Space & Astronomy
Exoplanet discovery 'most important so far'
By T.K. Randall
November 13, 2015 · 8 comments
The newly discovered world is located 39 light years away. Image Credit: ESO/L. Calcada
A newly identified extrasolar planet is so close by that it should be possible to observe its atmosphere.
Located three times nearer to us than any Earth-sized extrasolar planet ever discovered, the rocky world of GJ 1132b, which is 16% larger than our own planet, orbits a nearby red dwarf star and could provide astronomers with a unique opportunity to determine the chemistry of its atmosphere.
While its surface is believed to be too hot to support life, it should be possible to learn a great deal about what conditions are like there while also perfecting the techniques needed to conduct similar studies on other, more habitable Earth-like worlds.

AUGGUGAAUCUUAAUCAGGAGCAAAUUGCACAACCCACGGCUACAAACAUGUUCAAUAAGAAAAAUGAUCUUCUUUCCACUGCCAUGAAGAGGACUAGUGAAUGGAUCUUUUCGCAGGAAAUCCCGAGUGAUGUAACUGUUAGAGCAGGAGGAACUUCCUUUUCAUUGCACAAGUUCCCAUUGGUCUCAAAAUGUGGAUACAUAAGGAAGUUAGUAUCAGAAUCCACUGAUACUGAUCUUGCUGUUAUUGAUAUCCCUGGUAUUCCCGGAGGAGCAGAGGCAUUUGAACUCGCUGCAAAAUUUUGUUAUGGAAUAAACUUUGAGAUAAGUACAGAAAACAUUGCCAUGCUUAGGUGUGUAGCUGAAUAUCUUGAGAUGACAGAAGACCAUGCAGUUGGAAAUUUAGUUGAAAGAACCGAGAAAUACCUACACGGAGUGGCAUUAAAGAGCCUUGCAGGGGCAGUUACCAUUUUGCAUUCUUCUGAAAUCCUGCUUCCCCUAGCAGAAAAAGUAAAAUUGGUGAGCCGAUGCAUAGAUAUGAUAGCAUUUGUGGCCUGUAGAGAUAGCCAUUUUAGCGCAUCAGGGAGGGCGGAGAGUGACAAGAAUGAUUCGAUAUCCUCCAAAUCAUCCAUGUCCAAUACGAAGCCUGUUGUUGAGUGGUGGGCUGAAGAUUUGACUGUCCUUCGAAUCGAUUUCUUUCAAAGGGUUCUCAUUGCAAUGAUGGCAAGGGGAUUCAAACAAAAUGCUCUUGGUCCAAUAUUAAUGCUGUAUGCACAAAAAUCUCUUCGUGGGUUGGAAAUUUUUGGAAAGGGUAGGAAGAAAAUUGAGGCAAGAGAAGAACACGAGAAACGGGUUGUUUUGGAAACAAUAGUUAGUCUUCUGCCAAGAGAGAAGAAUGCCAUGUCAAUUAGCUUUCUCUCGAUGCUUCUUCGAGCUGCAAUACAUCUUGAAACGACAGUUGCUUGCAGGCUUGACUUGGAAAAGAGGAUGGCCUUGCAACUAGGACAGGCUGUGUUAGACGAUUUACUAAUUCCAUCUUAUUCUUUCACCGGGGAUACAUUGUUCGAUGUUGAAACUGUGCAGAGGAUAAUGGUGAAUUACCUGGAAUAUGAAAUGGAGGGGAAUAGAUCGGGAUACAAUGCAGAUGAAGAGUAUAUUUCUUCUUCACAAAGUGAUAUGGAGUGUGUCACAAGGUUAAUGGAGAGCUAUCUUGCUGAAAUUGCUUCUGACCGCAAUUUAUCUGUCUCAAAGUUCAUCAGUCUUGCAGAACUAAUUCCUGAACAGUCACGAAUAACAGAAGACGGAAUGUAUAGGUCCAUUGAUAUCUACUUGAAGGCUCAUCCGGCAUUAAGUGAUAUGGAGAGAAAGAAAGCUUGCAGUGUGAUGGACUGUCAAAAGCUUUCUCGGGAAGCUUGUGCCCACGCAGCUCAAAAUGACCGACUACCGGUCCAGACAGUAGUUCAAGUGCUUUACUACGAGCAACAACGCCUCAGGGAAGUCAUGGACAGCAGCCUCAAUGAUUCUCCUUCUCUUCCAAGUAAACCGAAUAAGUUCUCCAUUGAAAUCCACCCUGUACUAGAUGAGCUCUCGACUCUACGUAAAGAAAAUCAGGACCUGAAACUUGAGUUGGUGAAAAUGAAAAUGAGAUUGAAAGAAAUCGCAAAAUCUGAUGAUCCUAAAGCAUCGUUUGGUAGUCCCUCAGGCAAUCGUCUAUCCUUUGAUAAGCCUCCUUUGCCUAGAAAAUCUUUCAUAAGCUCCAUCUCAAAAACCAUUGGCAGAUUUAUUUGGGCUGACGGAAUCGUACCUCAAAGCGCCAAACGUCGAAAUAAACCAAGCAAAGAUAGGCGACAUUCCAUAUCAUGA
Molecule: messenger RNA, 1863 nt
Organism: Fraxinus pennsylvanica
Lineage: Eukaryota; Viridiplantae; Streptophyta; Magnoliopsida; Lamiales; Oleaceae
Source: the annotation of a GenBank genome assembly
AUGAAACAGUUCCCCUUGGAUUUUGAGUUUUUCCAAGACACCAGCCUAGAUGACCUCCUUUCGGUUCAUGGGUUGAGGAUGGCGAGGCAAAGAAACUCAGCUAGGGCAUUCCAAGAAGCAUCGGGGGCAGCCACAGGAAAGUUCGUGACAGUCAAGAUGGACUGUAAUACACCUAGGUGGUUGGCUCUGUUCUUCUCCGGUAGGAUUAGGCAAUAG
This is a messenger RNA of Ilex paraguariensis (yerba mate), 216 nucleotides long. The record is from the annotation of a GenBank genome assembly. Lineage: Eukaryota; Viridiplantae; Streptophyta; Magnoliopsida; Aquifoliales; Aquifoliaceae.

"If this planet still has an atmosphere, then we might find other, cooler planets that also have atmospheres and orbit small stars," said MIT's Zachory Berta-Thompson.
"We can then imagine interrogating the atmospheres for molecules that come from life."
Astronomer Drake Deming of the University of Maryland maintains that GJ 1132b, given its relative proximity to us and its potential for study, is "arguably the most important planet ever found outside the solar system" on the basis that "itís nearby, itís Earth-like, and its star wonít interfere."
"GJ 1132b is too warm to be habitable, but scientists have yet to fully explore our cosmic neighborhood for worlds that potentially harbor life," he wrote.
Source: The Guardian
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